The full account of the great Trial of Carnesecchi
is probably the most interesting and most instructive
of all the Records of the Roman Inquisition. It is
of special importance to us, apart from the accused
man himself, for he was but the figure-head, and the
real process was a cold-blooded arraignment of his
living friends, and above all of the illustrious dead.

In the roll-call of that heroic company of men
and women, we find the most honoured names,
revered by all the world — of those who through good
report and evil, had striven for the Reformation of the
Church, and had led the way by the example of their
saintly lives. Yet all the time, they had been secretly
watched and suspected by the Inquisition ; some
had been tried and condemned while others had only
escaped by forsaking all that made life dear to them,
and seeking a refuge as exiles in a foreign land. But
at the time of Carnesecchi's Trial, in 1566, most of
them had passed away in faith and hope — mercifully
spared the cruel ordeal and the flames of the *' Holy
Office."' To the familiars of the Inquisition, the
pursuit of heresy ceased not with the grave ; the
sacred memory of the dead was to be stained with
infamy, their glory blotted out with shameful con-
demnation. We see them pass before us in doomed
procession. First the earnest prelates and laymen
eager for the Church's reformation, who met for
prayer and meditation in the " Oratory of Divine
Love '' at Rome, led by Carafia, who as Pope Paul IV,


was the first to betray them. We have followed the
progress of Reform from city to city, the pious
company who gathered round Cardinal Pole and
Vittoria Colonna at Viterbo, those who formed a
devoted circle with Contarini in Venice, or sat at the
feet of Valdes in Naples, not to mention the groups
at Ferrara, at Florence and elsewhere.

With scarcely an exception, of these the living and
the dead were alike arraigned and condemned by
that fearful tribunal of Inquisitors, and Pietro
Carnesecchi was made the scapegoat for them all.
Here was the real tragedy of those fifteen long months
of martyrdom which he endured in body and spirit,
when day by day, and hour by hour, he was tortured
by subtle and deceptive questions, and entrapped in
every way by astute men of fatal inquisitorial ex-
perience and talent. Moreover, by means of spies
and the seizing of all private letters and papers, the
Inquisition had already the most intimate knowledge
of all that Carnesecchi and his friends had ever said
or written. This could naturally be distorted to
mean anything they wished to prove.

This is no mere general statement, but can be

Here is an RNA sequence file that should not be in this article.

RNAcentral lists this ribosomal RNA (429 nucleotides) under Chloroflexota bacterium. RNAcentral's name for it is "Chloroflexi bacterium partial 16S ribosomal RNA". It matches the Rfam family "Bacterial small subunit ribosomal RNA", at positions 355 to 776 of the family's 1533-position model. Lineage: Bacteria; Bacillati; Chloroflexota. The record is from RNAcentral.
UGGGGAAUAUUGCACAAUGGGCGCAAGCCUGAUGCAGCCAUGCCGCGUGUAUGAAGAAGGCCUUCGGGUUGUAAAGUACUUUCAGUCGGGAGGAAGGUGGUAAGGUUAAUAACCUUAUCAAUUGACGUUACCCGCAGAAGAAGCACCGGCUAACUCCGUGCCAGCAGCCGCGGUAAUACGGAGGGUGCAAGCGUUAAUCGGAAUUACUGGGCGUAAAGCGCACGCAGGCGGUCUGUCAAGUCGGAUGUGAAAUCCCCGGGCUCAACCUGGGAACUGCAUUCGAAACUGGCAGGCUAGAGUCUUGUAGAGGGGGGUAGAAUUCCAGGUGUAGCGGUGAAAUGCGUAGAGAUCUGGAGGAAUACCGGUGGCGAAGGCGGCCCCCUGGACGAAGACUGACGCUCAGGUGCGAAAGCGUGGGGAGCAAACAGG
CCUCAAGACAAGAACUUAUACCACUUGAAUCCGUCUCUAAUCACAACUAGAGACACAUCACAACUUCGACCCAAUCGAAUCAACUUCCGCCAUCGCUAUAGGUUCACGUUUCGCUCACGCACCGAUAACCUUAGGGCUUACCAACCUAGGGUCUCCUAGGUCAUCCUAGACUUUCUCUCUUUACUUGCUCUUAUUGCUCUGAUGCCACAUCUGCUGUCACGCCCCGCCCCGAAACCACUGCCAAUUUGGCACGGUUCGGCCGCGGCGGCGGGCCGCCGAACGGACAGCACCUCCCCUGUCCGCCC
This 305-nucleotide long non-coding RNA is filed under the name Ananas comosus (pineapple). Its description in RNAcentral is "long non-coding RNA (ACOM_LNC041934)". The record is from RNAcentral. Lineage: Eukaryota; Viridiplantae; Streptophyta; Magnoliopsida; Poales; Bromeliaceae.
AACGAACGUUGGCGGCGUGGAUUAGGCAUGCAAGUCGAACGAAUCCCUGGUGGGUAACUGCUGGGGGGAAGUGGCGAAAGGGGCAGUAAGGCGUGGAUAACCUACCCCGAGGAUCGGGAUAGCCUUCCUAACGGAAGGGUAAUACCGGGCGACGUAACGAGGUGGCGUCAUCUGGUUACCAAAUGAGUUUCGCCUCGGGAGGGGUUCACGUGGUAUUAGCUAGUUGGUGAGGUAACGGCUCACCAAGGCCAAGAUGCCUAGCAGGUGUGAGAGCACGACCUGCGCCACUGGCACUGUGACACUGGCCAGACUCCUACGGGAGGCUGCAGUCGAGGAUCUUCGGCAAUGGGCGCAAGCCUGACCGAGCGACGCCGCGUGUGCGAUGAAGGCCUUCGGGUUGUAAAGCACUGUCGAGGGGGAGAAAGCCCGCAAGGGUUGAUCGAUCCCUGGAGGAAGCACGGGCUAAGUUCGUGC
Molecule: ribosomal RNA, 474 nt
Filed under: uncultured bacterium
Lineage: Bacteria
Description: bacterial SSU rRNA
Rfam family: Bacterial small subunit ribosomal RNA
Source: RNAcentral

proved beyond a doubt by the extraordinary chance
which has revealed the most secret Records of the
Roman Inquisition, in the case of this supremely
interesting Trial of Carnesecchi. * From these Records,
we have already seen how he was questioned at
interminable length wath regard to Vittoria Colonna,
Marchese di Pescara, and when this great lady had
been convicted of heresy, Carnesecchi was further
tortured to make him betray every one who had been
in communication with her. No one was sacred from
^ See note at the end of the book.


this Tribunal. The Countess of Fondi, Giulia Gonzaga,
whom he revered as a saint and was proud to call
** his Queen/' was accused of holding false doctrines,
and he was driven to despair by being entangled into
dangerous admissions with regard to her opinions.

It is true that the case of Giulia Gonzaga was
already pre-doomed, for on the accession of Pius V
(Michele Ghislieri) in 1566 he had come into posses-
sion of a chest containing a great number of her
letters to Carnesecchi and others. On reading these
papers, the Pope had declared that " if he had seen
these before her death, he would have taken good
care to burn her alive.''


Amongst other treasures which Napoleon I carried away from
Rome between 1810 and 1813, was an immense quantity of the most
secret Archives of the Vatican, no less than 45,818 volumes. The
conqueror proposed at that time to make Paris a central depot for the
archives of Europe. It was not until July 1817, that Louis XVIII
restored to Pius VII what was thought to be the whole of these valuable
documents. But in 1846, the Duke of Manchester bought a number
of Papal documents for £600, and these were examined in Ireland by
the Rev. Richard Gibbings, who was amazed to discover that amongst
these papers were the original MSS. of the Roman Inquisition, contain-
ing the whole of the "Trial of Pietro Carnesecchi, sometime Secretary
to Pope Clement VII and ApostoHc Protonotary."

These were ultimately placed in the Trinity College, Dublin. Here a
German scholar, Professor Karl Benrath, of Bonn, who had been engaged
for years on the study of the ItaUan Reformation, found these records
in 1876, and put in order the fifty-seven bound volumes and twelve
unbound ones. He discovered that fourteen volumes of the collection
contained original Records of the Roman Inquisition, being the final
judgments in the trials of Italian heretics, between December 16, 1564,
and the year 1679 (and a detailed account of the whole conduct of the
most typical of all, the Trial of Carnesecchi).

In a collection of the Archives of the Dandini Family, bought by
Count Giacomo Manzini in 1860, are documents which corroborate the
whole of the account given in the Records of the Inquisition of Car-
nesecchi's Trial.


Agostini, A. : Pietro Carneseccki e il movimento Valdesiano.

Florence, 1899.
Alberi, Eugenic : Vita di Caterina dei Medici. Firenze, 1838.
Archivio secreto del Vaticano.
Archivio di Stato in Modena.
Aubigne, Merle d' : Histoire de la Reformation en Europe au

temps de Calvin.
Auton, Jean d' : Histoire de Louis XII. Paris, 1625.
Baguenault de Puchesse, F. : Histoire du Concile de T rente.
Bala, Pietro : Storia di Clemente VII.
Beccatelli, Lodovico : Vita del Cardinale Gasparo Contarini.

Venice, 1563.
Bembo, Pietro : Opere. Milano, 1810.